This trial is active, not recruiting.

Condition obese adolescents
Sponsor Yale University
Start date January 2012
End date January 2019
Trial size 26 participants
Trial identifier NCT02004561, 1109009034


Determine the short and long term safety and efficacy of the Gastric bypass , laparoscopic sleeve gastrectomy, and Gastric banding (LAGB) on severely obese adolescents. The procedure selection is made by the patient or patient and guardian. This is not a randomized trial.

United States No locations recruiting
Other countries No locations recruiting

Study Design

Observational model cohort
Time perspective prospective
Patients chose Gastric banding
Patients chose gastric bypass surgical operation

Primary Outcomes

Change in Glucose Tolerance
time frame: baseline, 2 month, 3 month, 12 month

Secondary Outcomes

Change in Anthropometric data
time frame: Baseline, 2 weeks, 2 mnths, 3 months, 6 months, 12 months, 24 months
Changes in nutritional health
time frame: Baseline, 2 weeks, 2 mnths, 3 months, 6 months, 12 months, 24 months

Eligibility Criteria

Male or female participants from 14 years up to 19 years old.

Inclusion Criteria: Youth 14-19yrs - 6 months of attempts at weight management by primary care physician or Pediatric Endocrinologist - Approval by the Adolescent Bariatric Surgery clinic to undergo surgery - Physically or nearly physically mature - BMI >= 35kg/m2 with one obesity related comorbidities or BMI >= 40 kg/m2 - Commitment to avoid pregnancy for at least 1 year postoperatively - Capability and willingness to adhere to nutritional guidelines postoperatively - Informed consent to surgical treatment - Demonstration of decisional capacity - Supportive family environment Exclusion Criteria: - Inability to be approved by Yale Adolescent Bariatric Surgery clinic to undergo surgery - Uncontrolled psychosis - Uncontrolled depression - Drug or alcohol abuse - History of congenital or acquired anomalies of gastrointestinal tract - Esophageal anatomical abnormality or dysmotility - Inflammatory bowel disease - Severe cardiopulmonary disease - Severe coagulopathy - Hepatic insufficiency or cirrhosis - Presence of localized or systemic infection at time of surgery - Obesity related to central causes: Prader Willi and hypothalamic abnormalities - Non-compliance to nutrition plan, exercise, and behavioral counseling/treatment - Pregnant, breast-feeding or planning of becoming pregnant within 1-2 years of surgery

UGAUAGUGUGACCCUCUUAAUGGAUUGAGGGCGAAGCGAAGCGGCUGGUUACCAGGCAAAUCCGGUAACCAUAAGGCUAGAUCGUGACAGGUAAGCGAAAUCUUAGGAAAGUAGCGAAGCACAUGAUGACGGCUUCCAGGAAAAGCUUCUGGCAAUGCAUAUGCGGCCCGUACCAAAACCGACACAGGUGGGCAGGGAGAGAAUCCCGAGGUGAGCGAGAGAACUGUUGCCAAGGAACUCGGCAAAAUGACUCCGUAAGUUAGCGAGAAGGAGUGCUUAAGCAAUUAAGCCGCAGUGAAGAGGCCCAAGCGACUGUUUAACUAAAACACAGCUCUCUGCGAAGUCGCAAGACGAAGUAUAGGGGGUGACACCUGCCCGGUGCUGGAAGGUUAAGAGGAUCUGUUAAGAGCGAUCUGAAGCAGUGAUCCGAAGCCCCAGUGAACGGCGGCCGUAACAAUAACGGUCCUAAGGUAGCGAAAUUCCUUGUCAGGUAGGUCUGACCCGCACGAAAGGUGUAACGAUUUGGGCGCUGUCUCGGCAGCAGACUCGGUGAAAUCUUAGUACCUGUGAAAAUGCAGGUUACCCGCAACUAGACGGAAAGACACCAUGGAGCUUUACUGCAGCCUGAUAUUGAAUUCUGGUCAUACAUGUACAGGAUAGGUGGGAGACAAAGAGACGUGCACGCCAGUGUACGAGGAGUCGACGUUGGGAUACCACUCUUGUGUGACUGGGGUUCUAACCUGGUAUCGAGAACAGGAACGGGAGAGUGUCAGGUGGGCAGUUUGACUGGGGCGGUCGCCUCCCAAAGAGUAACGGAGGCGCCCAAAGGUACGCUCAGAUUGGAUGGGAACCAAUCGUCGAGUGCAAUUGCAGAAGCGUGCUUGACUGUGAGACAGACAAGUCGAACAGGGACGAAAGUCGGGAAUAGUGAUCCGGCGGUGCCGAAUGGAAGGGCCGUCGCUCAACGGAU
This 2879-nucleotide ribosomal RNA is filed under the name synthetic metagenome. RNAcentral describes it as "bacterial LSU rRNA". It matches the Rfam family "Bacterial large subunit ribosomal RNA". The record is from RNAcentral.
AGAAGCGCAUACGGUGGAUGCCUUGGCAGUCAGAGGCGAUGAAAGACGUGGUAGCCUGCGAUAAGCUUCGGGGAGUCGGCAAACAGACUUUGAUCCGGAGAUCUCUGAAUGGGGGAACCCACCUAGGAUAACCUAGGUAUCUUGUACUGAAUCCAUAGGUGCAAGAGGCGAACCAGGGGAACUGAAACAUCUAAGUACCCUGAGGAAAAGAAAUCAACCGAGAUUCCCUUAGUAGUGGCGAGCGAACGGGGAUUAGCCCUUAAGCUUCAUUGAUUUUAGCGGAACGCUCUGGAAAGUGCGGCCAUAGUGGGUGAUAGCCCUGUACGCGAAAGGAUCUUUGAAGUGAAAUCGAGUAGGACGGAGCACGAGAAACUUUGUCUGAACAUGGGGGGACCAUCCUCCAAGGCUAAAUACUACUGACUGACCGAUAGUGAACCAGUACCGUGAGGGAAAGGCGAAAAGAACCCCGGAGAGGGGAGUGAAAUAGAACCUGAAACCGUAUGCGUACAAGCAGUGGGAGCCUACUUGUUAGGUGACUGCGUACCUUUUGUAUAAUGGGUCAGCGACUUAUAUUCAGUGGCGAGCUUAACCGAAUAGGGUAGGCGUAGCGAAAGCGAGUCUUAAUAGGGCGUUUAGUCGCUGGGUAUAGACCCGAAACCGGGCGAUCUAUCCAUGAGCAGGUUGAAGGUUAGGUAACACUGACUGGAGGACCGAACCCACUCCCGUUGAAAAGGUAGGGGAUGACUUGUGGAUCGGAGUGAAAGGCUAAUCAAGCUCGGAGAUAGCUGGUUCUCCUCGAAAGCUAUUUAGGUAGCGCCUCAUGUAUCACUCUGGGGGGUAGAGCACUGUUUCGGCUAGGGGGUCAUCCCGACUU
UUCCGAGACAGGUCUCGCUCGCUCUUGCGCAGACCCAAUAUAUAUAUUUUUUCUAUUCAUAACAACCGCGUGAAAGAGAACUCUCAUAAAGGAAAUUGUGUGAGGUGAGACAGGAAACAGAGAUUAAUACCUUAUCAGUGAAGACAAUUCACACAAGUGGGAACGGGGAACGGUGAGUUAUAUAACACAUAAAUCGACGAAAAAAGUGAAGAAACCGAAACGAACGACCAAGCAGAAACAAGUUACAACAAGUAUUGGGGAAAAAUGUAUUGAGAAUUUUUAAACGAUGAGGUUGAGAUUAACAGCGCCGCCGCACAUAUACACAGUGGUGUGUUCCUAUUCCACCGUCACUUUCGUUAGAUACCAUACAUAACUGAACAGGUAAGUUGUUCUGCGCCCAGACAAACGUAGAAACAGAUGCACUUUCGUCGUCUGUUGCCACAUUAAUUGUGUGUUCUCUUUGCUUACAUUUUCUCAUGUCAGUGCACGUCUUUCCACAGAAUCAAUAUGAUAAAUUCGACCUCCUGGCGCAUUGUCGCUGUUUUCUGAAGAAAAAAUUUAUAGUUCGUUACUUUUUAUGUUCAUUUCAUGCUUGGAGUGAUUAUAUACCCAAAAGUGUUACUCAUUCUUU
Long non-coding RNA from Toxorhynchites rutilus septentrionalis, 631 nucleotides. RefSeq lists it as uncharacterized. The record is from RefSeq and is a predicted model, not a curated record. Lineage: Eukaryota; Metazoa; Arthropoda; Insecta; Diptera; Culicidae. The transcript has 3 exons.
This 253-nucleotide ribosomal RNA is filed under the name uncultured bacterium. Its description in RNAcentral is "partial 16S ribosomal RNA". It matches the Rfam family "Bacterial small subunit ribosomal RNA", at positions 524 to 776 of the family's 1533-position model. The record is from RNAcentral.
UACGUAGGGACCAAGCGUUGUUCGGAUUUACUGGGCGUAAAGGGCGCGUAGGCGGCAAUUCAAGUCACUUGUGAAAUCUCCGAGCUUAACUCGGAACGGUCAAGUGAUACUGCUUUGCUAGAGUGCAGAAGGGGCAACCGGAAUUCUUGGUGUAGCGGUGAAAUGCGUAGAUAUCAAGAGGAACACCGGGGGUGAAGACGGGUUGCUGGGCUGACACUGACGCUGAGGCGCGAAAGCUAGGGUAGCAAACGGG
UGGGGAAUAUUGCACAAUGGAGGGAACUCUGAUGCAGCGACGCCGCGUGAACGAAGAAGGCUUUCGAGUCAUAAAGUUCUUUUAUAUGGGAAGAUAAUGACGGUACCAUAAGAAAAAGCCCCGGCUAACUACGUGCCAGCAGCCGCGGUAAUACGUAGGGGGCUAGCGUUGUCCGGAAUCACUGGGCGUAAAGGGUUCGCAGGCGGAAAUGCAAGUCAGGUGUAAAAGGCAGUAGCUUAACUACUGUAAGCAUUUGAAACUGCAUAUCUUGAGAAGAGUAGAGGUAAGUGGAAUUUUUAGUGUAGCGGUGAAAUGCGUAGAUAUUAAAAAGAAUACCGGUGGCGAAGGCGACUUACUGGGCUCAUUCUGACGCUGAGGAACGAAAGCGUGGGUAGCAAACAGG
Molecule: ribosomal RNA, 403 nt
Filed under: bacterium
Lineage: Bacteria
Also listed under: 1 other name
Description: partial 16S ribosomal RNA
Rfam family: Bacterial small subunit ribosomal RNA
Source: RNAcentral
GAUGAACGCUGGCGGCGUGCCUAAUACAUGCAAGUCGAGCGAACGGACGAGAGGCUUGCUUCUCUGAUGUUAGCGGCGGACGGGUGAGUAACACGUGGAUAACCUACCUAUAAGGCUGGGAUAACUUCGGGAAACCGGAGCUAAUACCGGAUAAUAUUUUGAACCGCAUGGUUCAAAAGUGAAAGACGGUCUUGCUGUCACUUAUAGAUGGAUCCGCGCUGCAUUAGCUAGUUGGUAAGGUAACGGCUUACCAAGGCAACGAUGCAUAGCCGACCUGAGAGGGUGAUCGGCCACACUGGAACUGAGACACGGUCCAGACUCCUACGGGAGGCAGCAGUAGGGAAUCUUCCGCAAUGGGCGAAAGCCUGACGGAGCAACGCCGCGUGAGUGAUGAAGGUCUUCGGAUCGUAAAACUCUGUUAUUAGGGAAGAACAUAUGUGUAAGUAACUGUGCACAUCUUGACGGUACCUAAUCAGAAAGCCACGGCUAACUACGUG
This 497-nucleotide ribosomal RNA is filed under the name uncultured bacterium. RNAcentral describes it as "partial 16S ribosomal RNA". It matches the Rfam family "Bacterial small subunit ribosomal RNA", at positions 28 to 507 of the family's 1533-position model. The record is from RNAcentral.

Additional Information

Official title Outcomes Comparison Between Gastric Band, Laparoscopic Sleeve Gastrectomy, and Gastric Bypass Surgeries in Obese Adolescents